Windows PowerShell v2 ships with an "Integrated Scripting Environment," or ISE. It's actually intended to be a "graphical shell" (and was originally called that), and one of its driving features is support for double-byte character sets. That's right, the original text-based console can't handle double-byte character sets, which means a lot of people couldn't use the shell because it couldn't display their language.
Anyway, in addition to that better character support, the ISE also adds a few Visual Studio-esque features designed to make PowerShell a bit easier to work with. So let's consider some of the major features that go into a better editing experience.
First, we have to draw a distinction between an interactive shell and a script editor. A shell is designed to let you type a command, hit enter, and see the results; an editor is designed to let you type a bunch of commands and then run them all as a batch. Some editors blur the line: The ISE, for example, includes an interactive pane as well as a script pane, and you can hide the script pane if you just want to use the interactive mode. Ideally, most of the features I'll be describing should work in both interactive and scripting mode - but that isn't always the case in the ISE, and it also isn't the case with other editors you might find.
One of the core features any good editor should include is support for better formatting. I like to see color-coding of commands and parameters, automatic indenting for scripting constructs, and at least basic undo/redo support. Ideally, I like editors that persist undo information someplace (often in an alternate stream of the file) so that I can access undo steps even after closing the file and reopening it months later.
Another core feature is code hinting and completion, what Microsoft calls "IntelliSense." This usually manifests in two ways: Little pop-up menus that appear when you start typing a command, and help you complete the command more quickly, and little tool tips that remind you of command syntax. Ideally, command completion will also work for things like parameters, WMI classes (although that's technically complicated to implement), and other things. The idea is to help you type quicker and more accurately, and reduce the need to turn to the help files.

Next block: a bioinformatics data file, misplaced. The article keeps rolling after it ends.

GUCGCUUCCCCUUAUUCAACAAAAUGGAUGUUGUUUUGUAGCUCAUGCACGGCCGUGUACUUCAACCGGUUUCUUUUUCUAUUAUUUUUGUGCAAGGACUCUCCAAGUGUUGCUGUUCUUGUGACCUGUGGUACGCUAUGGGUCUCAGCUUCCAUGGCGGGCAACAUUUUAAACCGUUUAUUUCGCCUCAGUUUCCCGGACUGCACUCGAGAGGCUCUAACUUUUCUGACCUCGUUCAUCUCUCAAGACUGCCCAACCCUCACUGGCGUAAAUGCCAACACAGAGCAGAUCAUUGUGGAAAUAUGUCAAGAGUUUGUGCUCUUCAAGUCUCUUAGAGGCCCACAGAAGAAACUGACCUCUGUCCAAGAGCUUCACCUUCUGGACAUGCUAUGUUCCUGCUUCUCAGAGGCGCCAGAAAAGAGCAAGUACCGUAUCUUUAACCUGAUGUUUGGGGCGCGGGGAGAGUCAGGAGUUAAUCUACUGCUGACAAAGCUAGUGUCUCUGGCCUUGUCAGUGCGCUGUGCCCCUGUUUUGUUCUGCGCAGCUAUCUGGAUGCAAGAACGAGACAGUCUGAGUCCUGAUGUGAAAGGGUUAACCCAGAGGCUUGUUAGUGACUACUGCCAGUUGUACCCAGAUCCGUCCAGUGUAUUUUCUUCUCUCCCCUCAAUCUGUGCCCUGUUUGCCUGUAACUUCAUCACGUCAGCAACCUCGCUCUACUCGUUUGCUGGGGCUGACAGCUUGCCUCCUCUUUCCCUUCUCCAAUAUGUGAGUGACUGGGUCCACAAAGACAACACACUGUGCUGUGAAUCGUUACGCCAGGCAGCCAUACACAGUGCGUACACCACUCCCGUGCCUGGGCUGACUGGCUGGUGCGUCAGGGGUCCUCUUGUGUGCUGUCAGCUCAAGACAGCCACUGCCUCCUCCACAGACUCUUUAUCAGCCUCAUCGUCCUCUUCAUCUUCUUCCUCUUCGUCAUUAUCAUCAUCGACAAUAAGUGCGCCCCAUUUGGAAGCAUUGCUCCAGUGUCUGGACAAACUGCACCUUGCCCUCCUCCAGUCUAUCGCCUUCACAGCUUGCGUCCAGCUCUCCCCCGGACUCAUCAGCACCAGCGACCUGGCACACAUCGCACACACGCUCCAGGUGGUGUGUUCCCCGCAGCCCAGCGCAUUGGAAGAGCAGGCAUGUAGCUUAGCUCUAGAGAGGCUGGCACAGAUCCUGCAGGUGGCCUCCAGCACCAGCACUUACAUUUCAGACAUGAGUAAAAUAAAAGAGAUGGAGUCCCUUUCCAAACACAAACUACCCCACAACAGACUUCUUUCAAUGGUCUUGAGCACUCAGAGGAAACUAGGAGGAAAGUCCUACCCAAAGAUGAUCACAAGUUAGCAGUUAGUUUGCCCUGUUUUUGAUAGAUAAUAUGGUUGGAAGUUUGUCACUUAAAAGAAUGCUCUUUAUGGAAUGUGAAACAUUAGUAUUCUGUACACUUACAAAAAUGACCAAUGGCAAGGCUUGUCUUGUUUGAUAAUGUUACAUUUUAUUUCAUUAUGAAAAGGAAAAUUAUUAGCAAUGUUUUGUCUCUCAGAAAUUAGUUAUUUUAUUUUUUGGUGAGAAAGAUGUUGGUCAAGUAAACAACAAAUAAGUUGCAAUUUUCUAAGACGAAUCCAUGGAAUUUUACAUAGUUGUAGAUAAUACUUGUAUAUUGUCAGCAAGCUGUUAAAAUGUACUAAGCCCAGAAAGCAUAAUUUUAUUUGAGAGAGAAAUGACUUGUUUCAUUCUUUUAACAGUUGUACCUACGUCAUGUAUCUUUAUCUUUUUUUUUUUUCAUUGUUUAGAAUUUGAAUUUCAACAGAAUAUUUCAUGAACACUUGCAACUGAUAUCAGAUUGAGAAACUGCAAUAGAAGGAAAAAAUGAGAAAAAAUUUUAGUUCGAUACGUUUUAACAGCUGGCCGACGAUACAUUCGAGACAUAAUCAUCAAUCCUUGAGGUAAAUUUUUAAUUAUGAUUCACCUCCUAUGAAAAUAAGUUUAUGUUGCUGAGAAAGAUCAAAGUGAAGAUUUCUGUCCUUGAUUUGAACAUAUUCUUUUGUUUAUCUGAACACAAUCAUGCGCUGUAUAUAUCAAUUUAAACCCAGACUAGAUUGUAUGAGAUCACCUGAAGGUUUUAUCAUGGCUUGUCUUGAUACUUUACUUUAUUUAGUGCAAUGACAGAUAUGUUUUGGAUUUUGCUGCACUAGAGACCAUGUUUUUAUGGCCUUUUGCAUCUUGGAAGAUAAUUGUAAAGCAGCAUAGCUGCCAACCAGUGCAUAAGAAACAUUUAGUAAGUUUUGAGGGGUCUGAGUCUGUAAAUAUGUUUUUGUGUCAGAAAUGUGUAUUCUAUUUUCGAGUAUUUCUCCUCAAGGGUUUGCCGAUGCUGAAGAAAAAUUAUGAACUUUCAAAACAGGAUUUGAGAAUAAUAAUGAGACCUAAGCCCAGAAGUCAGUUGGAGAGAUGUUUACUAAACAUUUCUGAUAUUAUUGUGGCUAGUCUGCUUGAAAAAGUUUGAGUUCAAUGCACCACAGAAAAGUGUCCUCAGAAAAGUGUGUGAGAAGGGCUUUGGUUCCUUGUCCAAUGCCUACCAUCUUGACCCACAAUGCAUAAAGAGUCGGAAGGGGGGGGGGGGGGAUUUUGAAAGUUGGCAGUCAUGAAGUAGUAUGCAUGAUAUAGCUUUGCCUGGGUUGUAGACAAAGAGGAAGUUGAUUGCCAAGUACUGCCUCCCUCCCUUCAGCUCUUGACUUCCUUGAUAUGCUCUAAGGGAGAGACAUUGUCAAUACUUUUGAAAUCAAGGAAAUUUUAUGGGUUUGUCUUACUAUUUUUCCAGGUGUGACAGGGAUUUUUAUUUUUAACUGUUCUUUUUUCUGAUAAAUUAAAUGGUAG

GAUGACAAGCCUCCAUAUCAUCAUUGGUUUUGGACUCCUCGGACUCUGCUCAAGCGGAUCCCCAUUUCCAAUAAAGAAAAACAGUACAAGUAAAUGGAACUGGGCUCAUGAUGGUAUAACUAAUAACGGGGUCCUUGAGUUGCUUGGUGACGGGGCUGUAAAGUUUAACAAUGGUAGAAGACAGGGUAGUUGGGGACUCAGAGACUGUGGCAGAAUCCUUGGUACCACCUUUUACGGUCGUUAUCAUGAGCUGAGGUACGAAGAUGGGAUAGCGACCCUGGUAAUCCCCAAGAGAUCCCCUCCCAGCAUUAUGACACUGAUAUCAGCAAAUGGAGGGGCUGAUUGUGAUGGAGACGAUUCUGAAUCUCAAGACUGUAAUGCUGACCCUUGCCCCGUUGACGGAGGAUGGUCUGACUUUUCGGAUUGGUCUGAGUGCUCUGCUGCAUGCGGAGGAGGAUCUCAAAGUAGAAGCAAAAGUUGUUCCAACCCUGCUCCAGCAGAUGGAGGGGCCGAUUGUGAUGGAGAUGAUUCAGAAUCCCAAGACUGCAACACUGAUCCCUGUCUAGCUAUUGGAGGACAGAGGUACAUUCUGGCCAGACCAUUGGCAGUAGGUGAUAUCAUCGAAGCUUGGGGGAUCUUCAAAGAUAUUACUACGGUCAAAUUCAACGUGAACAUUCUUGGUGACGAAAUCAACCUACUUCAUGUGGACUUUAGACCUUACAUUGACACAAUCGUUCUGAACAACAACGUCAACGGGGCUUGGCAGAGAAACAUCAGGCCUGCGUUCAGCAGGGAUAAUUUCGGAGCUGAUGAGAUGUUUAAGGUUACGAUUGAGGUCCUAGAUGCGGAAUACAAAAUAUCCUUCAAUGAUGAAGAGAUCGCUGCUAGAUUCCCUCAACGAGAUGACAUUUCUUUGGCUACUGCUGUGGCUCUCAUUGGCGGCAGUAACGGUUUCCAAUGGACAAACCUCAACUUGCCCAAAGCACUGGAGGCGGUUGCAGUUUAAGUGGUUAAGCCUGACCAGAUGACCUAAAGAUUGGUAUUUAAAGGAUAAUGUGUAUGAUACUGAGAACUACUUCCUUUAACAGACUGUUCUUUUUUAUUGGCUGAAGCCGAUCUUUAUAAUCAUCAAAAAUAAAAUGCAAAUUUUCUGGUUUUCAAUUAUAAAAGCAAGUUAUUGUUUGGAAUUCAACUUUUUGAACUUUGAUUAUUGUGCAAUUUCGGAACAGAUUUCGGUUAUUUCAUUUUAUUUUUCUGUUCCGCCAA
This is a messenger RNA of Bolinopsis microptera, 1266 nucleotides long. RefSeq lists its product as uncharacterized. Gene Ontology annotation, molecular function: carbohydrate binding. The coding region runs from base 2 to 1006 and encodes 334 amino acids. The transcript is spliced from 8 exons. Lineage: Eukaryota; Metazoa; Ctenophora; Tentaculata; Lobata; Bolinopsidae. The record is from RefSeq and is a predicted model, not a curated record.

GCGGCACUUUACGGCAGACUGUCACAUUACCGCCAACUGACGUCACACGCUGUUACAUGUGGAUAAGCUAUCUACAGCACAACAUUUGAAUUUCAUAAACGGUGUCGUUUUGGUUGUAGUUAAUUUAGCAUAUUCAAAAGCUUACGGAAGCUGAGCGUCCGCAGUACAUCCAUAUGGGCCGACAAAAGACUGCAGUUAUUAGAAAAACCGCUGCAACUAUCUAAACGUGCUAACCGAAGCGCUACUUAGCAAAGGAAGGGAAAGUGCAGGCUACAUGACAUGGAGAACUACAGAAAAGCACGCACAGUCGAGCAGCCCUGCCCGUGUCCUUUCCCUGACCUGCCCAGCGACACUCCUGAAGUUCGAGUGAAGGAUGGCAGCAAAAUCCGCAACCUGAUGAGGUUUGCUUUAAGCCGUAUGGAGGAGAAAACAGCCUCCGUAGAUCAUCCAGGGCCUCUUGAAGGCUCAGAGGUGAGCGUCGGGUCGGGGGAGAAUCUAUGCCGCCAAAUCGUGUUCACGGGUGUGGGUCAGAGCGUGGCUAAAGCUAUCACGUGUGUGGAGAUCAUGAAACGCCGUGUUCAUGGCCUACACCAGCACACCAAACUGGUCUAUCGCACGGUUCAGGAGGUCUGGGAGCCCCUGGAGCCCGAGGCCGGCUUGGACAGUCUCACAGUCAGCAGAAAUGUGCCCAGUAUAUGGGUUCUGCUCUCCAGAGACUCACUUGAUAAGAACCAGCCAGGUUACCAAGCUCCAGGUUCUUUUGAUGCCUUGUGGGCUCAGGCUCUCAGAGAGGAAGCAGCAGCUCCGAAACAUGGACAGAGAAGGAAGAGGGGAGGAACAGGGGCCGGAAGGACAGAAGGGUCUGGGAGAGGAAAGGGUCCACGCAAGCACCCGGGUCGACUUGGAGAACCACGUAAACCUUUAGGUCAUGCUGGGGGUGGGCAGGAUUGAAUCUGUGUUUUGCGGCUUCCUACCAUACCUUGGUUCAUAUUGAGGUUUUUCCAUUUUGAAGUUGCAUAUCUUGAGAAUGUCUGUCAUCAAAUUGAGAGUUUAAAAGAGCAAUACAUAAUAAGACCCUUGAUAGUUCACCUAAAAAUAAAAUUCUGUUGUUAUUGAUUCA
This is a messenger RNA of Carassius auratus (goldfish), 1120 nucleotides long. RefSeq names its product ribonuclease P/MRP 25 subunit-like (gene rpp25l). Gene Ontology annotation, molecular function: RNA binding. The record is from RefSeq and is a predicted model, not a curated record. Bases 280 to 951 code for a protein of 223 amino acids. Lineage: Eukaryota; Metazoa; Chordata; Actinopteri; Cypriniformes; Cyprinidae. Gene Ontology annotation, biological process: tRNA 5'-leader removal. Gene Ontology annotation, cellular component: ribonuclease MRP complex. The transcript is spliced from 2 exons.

Snippets of some kind are another good feature to have: Once you've mastered a complicated command or a hunk of script, snippets offer a way to save that and re-use it easily in the future. Think of them as a kind of permanent clipboard; I like snippet features that are keyboard-accessible, perhaps using a command completion-like pop-up menu.
Access to debugging features is also key. I want to be able to click somewhere to set breakpoints, and when a script is in "break" mode I want to hover over variables and, ideally, object properties to see what values are contained within them. PowerShell supports a variety of breakpoints, and an editor should provide support for all of them (even if it does so by using its own debugging mechanism rather than the shell's).
Quick access to help is a must-have. I don't want to view the help inline; I want it in a different pane, so I can float it to the side and access it while I'm typing a command. It should be context-sensitive, so that I can move my cursor over a command, hit a function key, and have the help for that command pop right up. An especially smart help window would realize when I'm over a WMI class and perhaps pull up online documentation for that class.
Finally, I want an editor to make it easy to utilize PowerShell extensions - snap-ins and modules. An editor should be willing to run my profile script, so that whatever custom stuff I have in there also takes place in the editor.
Many commercial editors pack in these features and many more; the PowerShell ISE included with PowerShell v2 doesn't provide all of them (and I don't think it should - Microsoft shouldn't be trying to replicate Visual Studio for PowerShell, and they shouldn't be giving the competitive PowerShell editor market a reason to stop selling their products).
Why am I so concerned about what makes for a good editor? Beginning in June 2010, I'm going to start reviewing some of the major editors that are on the market, and what's in this article will form my evaluation criteria. I'll explore a new editor product every other week or so, and conclude with a roundup. This is a good time for you to share your must-have features, as well - leave a comment and let me know what you care about in a PowerShell editor.